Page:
Building for new ATtiny 1-series chips on Debian

In 2018, Microchip released a new range of ATtiny microcontroller chips, called the "ATtiny 1-series" - presumably named from the naming pattern of the part numbers. In usual Atmel (now bought by Microchip) style, the first digit(s) of the part number give the size of the flash memory; the remaining give an indication of the size and featureset of the chip.

ATtinyX128 pin package, 5/6 IO pinsATtiny212, ATtiny412
ATtinyX1414 pin package, 11/12 IO pinsATtiny214, ATtiny414, ATtiny814, ATtiny1614
ATtinyX1620 pin package, 17/18 IO pinsATtiny416, ATtiny816, ATtiny1616, ATtiny3216
ATtinyX1724 pin package, 21/22 IO pinsATtiny417, ATtiny817, ATtiny1617, ATtiny3217

I'll write more about these new chips in another post - there's much change from the older style of ATtiny chips you may be familiar with. Many new things added, things improved, as well as a couple of - in my opinion - backward steps.

This post is largely a reminder to myself, and a help to anyone else, on how to build code for these new chips. The trouble is that they're newer than the avr-libc support package in Debian, meaning that you can't actually build code for these yet. Such an attempt will fail:

$ avr-gcc -std=gnu99 -Wall -Os -DF_CPU=20000000 -mmcu=attiny814 -flto -ffunction-sections -fshort-enums -o .build/firmware.elf src/main.c
/usr/lib/avr/include/avr/io.h:625:6: warning: #warning "device type not defined" [-Wcpp]
 #    warning "device type not defined"
In file included from src/main.c:4:0:
src/main.c: In function ‘RTC_PIT_vect’:
src/main.c:33:5: warning: ‘RTC_PIT_vect’ appears to be a misspelled signal handler, missing __vector prefix [-Wmisspelled-isr]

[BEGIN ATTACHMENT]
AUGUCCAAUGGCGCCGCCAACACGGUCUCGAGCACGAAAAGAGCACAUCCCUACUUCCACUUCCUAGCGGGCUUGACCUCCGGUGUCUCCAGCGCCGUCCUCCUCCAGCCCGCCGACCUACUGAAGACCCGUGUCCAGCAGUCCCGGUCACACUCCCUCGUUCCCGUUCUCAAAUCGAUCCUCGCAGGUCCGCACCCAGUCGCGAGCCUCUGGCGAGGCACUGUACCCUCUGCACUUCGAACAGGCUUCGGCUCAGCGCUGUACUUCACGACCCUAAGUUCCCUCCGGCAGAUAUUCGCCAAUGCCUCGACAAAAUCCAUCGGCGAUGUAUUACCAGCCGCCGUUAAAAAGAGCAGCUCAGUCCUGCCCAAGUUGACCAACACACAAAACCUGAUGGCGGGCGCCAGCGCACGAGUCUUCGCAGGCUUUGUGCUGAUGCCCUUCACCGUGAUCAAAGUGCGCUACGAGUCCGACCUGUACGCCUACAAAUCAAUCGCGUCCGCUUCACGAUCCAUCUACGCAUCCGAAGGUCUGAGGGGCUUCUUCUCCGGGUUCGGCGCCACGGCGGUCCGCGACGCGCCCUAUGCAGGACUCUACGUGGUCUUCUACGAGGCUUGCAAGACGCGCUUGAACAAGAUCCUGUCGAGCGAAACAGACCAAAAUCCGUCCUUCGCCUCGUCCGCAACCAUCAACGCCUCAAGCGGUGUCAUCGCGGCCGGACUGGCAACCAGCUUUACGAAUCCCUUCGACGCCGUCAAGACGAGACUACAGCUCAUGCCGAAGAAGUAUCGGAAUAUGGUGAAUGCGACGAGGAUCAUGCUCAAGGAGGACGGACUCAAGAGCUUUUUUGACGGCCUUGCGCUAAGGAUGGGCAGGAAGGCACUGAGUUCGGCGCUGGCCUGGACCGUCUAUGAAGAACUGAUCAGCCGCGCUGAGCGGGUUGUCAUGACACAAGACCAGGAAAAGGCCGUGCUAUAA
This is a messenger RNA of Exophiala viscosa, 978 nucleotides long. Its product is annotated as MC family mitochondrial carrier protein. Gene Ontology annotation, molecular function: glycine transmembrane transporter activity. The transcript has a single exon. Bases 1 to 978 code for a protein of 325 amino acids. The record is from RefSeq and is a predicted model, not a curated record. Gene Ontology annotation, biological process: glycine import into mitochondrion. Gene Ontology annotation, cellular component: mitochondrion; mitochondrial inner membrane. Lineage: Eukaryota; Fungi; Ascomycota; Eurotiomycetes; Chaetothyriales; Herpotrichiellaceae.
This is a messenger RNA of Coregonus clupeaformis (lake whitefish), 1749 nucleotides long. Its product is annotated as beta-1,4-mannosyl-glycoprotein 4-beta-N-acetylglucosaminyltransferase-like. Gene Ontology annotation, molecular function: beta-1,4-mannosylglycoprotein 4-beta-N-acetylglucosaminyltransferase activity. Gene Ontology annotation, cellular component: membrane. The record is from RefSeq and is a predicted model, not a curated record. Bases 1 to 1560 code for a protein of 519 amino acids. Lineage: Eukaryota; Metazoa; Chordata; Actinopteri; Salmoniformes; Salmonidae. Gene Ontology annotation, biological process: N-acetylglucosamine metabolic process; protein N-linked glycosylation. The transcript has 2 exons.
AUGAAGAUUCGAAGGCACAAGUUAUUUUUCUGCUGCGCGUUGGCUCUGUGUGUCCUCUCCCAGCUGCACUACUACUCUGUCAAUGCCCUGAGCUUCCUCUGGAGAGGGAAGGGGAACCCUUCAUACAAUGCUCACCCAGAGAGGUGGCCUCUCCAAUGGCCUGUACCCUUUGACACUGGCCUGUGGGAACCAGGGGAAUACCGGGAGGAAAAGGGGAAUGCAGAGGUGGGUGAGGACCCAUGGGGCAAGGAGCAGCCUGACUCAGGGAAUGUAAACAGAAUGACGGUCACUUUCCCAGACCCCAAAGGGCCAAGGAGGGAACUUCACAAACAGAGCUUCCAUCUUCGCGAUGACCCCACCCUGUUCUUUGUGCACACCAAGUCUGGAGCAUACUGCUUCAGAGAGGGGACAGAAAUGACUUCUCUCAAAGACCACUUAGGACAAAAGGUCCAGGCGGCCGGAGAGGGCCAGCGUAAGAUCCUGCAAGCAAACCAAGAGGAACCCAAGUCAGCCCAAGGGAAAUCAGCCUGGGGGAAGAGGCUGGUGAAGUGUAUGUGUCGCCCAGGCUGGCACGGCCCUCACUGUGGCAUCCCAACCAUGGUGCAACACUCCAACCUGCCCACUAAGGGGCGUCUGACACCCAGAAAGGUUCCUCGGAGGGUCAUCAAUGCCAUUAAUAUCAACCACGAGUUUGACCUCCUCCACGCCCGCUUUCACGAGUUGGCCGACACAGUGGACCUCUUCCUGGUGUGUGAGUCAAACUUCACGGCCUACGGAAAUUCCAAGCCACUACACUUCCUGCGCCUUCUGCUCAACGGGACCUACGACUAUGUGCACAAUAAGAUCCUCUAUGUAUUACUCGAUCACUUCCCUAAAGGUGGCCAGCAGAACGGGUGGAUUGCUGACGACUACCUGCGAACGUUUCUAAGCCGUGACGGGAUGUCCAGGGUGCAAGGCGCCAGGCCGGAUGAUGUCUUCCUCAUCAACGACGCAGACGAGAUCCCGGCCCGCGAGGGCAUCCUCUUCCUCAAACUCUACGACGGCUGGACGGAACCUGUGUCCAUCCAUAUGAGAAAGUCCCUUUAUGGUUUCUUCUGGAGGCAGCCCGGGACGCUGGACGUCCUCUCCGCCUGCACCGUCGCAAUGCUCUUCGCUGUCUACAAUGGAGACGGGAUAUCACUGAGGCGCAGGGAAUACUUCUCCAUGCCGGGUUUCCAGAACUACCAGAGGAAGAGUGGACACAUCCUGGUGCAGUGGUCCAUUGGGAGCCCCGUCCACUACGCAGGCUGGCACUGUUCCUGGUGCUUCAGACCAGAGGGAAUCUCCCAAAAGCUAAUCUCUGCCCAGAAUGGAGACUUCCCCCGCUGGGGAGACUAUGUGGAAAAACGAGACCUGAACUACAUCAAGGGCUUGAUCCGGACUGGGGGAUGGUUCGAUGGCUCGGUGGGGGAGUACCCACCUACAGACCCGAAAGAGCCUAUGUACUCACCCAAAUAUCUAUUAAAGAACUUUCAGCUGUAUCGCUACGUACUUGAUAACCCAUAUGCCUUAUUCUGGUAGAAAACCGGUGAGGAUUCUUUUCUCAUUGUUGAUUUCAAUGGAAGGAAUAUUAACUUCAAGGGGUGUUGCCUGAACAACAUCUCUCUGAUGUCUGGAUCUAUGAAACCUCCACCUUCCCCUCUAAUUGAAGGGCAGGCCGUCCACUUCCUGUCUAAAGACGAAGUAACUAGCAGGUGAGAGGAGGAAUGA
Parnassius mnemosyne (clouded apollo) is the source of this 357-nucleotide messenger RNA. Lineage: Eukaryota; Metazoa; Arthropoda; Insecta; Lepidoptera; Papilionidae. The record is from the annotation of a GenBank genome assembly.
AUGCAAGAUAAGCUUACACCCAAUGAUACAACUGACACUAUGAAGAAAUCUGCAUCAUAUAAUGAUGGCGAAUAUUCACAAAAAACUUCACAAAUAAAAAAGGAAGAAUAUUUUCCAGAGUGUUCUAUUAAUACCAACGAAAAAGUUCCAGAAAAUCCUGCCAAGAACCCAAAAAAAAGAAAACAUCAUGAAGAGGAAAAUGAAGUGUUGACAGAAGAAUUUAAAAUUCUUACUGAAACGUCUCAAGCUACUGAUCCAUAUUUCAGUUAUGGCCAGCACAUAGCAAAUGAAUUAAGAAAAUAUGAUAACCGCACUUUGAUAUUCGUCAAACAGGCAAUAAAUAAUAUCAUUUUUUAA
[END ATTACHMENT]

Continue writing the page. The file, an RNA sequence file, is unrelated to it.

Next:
src/main.c:35:3: error: ‘RTC’ undeclared (first use in this function)

This is caused by the fact that, while avr-gcc has support for the chips, the various support files that should be provided by avr-libc are missing. I've reported a Debian bug about this. Until it's fixed, however, it's easy enough to work around by providing the missing files.

Start off by downloading the "Atmel ATtiny Series Device Support" file from http://packs.download.atmel.com/. This is a free and open download, licensed under Apache v2. This file carries the extension atpack but it's actually just a ZIP file:

$ file Atmel.ATtiny_DFP.1.3.229.atpack 
Atmel.ATtiny_DFP.1.3.229.atpack: Zip archive data, at least v1.0 to extract

Note that by default it'll unpack into the working directory, so you'll want to create a temporary folder to work in:

$ mkdir pack

$ cd pack/

$ unzip ~/Atmel.ATtiny_DFP.1.3.229.atpack 
Archive:  /home/leo/Atmel.ATtiny_DFP.1.3.229.atpack
   creating: atdf/
   creating: avrasm/
   creating: avrasm/inc/

From here, you can now copy the relevant files out to where avr-gcc will find them:

$ sudo cp include/avr/iotn?*1[2467].h /usr/lib/avr/include/avr/
$ sudo cp gcc/dev/attiny?*1[2467]/avrxmega3/*.{o,a} /usr/lib/avr/lib/avrxmega3/
$ sudo cp gcc/dev/attiny?*1[2467]/avrxmega3/short-calls/*.{o,a} /usr/lib/avr/lib/avrxmega3/short-calls/